Laying aside any inquiry as to the palm-tree, and laying aside the difficulty contained in the 13th verse, I have only to compare this description of the cedar in Lebanon with the accounts of those who have visited them in modern days. Without believing (as the Maronites or Christian inhabitants of the mountains do) that the seven very ancient cedars which yet remain in the neighbourhood of the village of Eden in Lebanon are the remains of the identical forest which furnished Solomon with timber for the temple, full three thousand years ago, they can yet be proved to be of very great antiquity. These very cedars were visited by Belonius in 1550, nearly three hundred years ago, who found them twenty-eight in number. Rawolf, in 1575, makes them twenty-four. Dandini, in 1600, and Thevenot about fifty years after, make them twenty-three. Maundrell, in 1696, found them reduced to sixteen. Pococke, in 1738, found fifteen standing, and a sixteenth recently blown down, or (may we not conjecture?) shivered by the voice of God. In 1810, Burckhardt counted eleven or twelve; and Dr Richardson, in 1818, states them to be no more than seven. There cannot be a doubt, then, that these cedars, which were esteemed ancient nearly three hundred years ago, must be of a very great antiquity; and yet they are described by the last of these travellers as “large, and tall, and beautiful, the most picturesque productions of the vegetable world that we had seen.” The oldest are large and massy, rearing their heads to an enormous height, and spreading their branches afar. Pococke also remarks, that “the young cedars are not easily known from pines. I observed, they bear a greater quantity of fruit than the large ones.” This shows that the old ones still bear fruit, though not so abundantly as the young cedars, which, according to Richardson, are very productive, and cast many seeds annually. How very appropriate, then, and full of meaning, is the imagery of the Psalmist –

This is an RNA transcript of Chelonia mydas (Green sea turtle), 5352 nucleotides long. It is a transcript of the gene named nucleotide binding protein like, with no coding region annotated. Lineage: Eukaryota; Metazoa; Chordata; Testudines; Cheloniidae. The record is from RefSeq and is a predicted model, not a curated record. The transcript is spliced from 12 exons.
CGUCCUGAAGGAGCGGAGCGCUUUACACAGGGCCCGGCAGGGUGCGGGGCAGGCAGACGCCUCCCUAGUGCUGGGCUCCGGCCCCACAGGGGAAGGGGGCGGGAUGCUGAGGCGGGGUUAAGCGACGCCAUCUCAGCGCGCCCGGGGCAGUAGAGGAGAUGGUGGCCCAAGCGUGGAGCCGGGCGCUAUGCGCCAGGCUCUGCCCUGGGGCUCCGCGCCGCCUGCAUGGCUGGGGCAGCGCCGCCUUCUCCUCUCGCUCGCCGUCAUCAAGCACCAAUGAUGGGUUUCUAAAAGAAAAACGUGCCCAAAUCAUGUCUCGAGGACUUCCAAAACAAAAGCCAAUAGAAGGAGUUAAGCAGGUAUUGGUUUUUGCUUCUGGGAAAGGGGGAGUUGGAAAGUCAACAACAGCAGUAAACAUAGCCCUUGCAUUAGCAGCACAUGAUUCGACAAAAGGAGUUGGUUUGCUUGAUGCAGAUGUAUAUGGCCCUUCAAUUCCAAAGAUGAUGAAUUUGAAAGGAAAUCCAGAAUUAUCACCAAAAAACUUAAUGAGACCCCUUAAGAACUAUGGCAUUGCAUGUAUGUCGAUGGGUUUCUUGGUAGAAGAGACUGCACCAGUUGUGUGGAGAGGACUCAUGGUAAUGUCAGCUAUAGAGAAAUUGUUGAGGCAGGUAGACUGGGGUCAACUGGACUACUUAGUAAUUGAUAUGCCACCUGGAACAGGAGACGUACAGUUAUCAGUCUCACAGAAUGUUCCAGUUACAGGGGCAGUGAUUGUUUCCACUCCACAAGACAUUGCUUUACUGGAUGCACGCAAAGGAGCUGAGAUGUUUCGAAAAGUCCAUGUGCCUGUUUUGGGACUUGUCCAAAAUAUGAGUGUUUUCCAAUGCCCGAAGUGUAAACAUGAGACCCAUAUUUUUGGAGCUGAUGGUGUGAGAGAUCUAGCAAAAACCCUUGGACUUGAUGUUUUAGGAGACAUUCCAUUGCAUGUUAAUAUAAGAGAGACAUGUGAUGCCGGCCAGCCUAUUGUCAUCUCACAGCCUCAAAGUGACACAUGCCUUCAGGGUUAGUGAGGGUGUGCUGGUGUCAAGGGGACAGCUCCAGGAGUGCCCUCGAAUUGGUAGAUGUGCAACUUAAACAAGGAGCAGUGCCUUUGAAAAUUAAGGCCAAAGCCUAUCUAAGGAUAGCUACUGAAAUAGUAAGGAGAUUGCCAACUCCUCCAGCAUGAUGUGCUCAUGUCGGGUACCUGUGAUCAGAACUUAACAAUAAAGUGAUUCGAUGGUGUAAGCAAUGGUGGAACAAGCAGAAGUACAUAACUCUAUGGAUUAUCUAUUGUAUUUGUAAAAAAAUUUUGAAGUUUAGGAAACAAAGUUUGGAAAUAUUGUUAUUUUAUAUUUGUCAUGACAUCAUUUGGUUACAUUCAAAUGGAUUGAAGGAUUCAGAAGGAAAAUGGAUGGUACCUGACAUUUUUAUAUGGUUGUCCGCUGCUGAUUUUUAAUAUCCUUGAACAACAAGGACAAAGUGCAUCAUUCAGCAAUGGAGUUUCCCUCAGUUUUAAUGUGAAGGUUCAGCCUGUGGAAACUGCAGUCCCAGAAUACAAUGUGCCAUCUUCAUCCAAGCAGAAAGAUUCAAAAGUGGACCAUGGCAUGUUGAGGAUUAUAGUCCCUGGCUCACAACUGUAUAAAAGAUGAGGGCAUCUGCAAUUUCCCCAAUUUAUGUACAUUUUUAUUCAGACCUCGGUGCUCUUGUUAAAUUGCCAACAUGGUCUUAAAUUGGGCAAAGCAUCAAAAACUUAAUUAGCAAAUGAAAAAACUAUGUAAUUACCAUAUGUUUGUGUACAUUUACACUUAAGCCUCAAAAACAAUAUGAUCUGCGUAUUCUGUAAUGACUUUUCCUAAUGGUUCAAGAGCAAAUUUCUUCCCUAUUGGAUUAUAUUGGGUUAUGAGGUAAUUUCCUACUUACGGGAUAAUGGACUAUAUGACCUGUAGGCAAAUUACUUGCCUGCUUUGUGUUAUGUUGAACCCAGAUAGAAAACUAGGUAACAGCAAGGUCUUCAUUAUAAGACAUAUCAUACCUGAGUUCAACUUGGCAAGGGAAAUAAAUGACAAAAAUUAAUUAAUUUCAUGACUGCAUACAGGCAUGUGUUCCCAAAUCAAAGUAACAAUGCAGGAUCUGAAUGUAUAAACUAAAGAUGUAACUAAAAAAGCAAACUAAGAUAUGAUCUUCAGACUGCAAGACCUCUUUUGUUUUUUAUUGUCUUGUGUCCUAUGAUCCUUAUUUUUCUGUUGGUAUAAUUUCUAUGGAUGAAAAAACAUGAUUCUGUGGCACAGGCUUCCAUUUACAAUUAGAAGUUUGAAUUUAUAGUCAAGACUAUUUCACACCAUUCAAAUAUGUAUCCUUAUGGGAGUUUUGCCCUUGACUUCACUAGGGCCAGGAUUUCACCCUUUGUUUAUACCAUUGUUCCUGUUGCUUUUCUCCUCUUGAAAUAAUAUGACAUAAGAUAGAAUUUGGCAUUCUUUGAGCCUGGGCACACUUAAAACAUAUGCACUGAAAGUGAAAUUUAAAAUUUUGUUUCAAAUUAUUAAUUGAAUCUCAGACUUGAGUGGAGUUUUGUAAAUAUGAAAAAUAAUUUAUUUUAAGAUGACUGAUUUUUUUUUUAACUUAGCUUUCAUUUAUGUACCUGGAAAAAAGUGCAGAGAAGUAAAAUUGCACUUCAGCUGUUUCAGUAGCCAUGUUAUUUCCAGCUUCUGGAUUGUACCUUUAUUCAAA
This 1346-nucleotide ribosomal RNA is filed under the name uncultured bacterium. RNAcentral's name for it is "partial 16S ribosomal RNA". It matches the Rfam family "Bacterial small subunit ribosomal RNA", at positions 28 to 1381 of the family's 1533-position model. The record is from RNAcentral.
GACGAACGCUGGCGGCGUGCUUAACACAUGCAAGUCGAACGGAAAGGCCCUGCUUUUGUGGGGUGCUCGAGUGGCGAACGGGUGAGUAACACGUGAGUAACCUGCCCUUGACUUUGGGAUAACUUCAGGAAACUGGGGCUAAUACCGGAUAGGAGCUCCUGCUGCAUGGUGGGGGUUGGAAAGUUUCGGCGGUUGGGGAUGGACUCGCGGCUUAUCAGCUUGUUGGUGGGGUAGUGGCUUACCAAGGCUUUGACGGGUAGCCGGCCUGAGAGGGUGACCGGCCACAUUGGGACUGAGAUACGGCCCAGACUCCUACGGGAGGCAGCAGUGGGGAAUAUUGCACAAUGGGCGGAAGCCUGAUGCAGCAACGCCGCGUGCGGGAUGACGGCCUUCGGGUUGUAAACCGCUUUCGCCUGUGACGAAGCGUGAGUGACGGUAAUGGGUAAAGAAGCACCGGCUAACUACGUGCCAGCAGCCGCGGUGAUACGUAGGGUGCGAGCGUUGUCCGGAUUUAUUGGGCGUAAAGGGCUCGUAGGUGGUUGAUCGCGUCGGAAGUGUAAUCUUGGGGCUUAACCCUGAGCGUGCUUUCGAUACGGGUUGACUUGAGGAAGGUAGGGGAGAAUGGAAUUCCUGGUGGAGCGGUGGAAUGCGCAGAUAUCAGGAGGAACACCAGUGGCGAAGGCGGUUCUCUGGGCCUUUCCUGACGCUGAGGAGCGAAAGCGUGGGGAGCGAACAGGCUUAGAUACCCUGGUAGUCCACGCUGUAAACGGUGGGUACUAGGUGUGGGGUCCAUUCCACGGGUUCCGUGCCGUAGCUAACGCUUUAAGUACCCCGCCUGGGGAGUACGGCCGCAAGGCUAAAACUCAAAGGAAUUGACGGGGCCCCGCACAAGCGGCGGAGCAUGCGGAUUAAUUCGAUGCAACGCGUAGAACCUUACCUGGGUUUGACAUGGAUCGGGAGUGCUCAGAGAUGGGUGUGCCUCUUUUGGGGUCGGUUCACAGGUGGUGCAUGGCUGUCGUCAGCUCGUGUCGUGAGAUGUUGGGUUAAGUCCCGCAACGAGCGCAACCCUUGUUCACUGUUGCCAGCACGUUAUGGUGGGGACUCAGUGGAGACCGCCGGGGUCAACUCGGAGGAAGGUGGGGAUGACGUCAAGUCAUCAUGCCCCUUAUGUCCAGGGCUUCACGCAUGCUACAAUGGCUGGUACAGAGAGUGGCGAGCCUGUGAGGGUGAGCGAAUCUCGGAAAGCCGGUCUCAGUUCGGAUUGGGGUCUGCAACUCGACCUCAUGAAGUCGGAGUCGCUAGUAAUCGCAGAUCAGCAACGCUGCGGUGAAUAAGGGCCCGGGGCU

“The righteous shall flourish like the palm-tree; 
He shall grow like a cedar in Lebanon.
They shall still bring forth fruit in old age;
They shall be fat and flourishing.” 

IV. In the Song of Songs the allusions to Lebanon are very many, and of exquisite beauty. I am sorry that my time will suffer me only to glance at one in chap. iv. 8-15 :-

“Come with me from Lebanon, 
My spouse with me from Lebanon:
Look from the top of Amana,
from the top of Shenir and Hermon,
From the lion’s dens,
From the mountains of the leopards.”

It is evident here that the bridegroom is pressing the bride to quit Lebanon along with him, because of the dangers to be apprehended from the beasts of prey. He seems to bid her look from these dangerous heights down into the secure and pleasant vallies below, where many a delicious wilderness of flowers and fruits was visible. In the mountains above Canobin, tigers are said to be frequently met with. I suppose, says Burckhardt, ounces are meant. Speaking of some sepulchres cut in the limestone mountains opposite Saide (ancient Sidon), Hasselquist says, a great part of them are now open, and serve for huts form shepherds, or dens for wild beasts. And, lastly, we have the story of Thammuz –

“Whose annual wound in Lebanon allured
The Syrian damsels to lament his fate
In amorous ditties all a summer’s day:
While smooth Adonis, from his native rock,
Ran purple to the sea, supposed with blood
Of Thammuz yearly wounded.”

These testimonies show the propriety with which Lebanon is described as dangerous from wild beasts. Looking from the summits of the hills, the view, as described by travellers, is exquisite in the extreme. Every valley seems cultivated like a garden, watered by numberless fountains and rivulets, such as the scene to which the bridegroom points the eye of the spouse. By a fine turn of thought, he immediately breaks out into a comparison of his beloved to one of these gardens :-

“A garden enclosed is my sister, my spouse – 
A spring shut up – a fountain sealed.
Thy plants are an orchard of pomegranates,
With pleasant fruits, camphire, and spikenard,
Spikenard and saffron, calamus and cinnamon,
With all trees of frankincense;
Myrrh and aloes, with all the chief spices;
A fountain of gardens,
A well of living waters,